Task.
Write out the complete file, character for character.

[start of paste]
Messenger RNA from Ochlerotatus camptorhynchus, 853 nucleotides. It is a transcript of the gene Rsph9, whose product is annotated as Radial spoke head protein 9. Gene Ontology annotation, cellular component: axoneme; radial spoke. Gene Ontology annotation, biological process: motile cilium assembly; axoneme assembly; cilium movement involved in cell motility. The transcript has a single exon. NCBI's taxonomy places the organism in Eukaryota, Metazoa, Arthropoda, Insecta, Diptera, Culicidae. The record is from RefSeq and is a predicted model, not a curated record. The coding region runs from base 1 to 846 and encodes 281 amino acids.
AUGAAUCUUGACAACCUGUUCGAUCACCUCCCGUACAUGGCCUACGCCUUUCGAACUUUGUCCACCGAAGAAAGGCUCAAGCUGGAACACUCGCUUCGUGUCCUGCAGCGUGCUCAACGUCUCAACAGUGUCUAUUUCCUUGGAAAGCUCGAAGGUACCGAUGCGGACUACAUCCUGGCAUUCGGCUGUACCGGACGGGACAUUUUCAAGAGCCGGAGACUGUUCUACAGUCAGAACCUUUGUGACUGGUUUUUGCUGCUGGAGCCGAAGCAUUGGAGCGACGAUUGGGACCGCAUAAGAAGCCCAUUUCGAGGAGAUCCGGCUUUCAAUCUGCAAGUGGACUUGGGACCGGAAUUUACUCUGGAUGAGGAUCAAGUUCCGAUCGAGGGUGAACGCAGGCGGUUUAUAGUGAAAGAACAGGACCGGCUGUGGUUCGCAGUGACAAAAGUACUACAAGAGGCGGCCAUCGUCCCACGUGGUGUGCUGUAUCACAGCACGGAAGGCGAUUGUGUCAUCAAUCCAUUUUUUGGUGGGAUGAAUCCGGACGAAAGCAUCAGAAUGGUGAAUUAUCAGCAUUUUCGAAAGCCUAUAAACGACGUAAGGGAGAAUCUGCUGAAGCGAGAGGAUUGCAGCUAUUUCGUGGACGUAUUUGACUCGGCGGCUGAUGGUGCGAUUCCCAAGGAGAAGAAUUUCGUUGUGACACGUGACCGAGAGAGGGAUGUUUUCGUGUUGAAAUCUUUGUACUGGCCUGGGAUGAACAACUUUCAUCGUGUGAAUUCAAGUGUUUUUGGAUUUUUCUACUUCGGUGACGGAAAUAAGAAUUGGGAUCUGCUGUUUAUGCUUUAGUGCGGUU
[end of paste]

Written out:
Messenger RNA from Ochlerotatus camptorhynchus, 853 nucleotides. It is a transcript of the gene Rsph9, whose product is annotated as Radial spoke head protein 9. Gene Ontology annotation, cellular component: axoneme; radial spoke. Gene Ontology annotation, biological process: motile cilium assembly; axoneme assembly; cilium movement involved in cell motility. The transcript has a single exon. NCBI's taxonomy places the organism in Eukaryota, Metazoa, Arthropoda, Insecta, Diptera, Culicidae. The record is from RefSeq and is a predicted model, not a curated record. The coding region runs from base 1 to 846 and encodes 281 amino acids.
AUGAAUCUUGACAACCUGUUCGAUCACCUCCCGUACAUGGCCUACGCCUUUCGAACUUUGUCCACCGAAGAAAGGCUCAAGCUGGAACACUCGCUUCGUGUCCUGCAGCGUGCUCAACGUCUCAACAGUGUCUAUUUCCUUGGAAAGCUCGAAGGUACCGAUGCGGACUACAUCCUGGCAUUCGGCUGUACCGGACGGGACAUUUUCAAGAGCCGGAGACUGUUCUACAGUCAGAACCUUUGUGACUGGUUUUUGCUGCUGGAGCCGAAGCAUUGGAGCGACGAUUGGGACCGCAUAAGAAGCCCAUUUCGAGGAGAUCCGGCUUUCAAUCUGCAAGUGGACUUGGGACCGGAAUUUACUCUGGAUGAGGAUCAAGUUCCGAUCGAGGGUGAACGCAGGCGGUUUAUAGUGAAAGAACAGGACCGGCUGUGGUUCGCAGUGACAAAAGUACUACAAGAGGCGGCCAUCGUCCCACGUGGUGUGCUGUAUCACAGCACGGAAGGCGAUUGUGUCAUCAAUCCAUUUUUUGGUGGGAUGAAUCCGGACGAAAGCAUCAGAAUGGUGAAUUAUCAGCAUUUUCGAAAGCCUAUAAACGACGUAAGGGAGAAUCUGCUGAAGCGAGAGGAUUGCAGCUAUUUCGUGGACGUAUUUGACUCGGCGGCUGAUGGUGCGAUUCCCAAGGAGAAGAAUUUCGUUGUGACACGUGACCGAGAGAGGGAUGUUUUCGUGUUGAAAUCUUUGUACUGGCCUGGGAUGAACAACUUUCAUCGUGUGAAUUCAAGUGUUUUUGGAUUUUUCUACUUCGGUGACGGAAAUAAGAAUUGGGAUCUGCUGUUUAUGCUUUAGUGCGGUU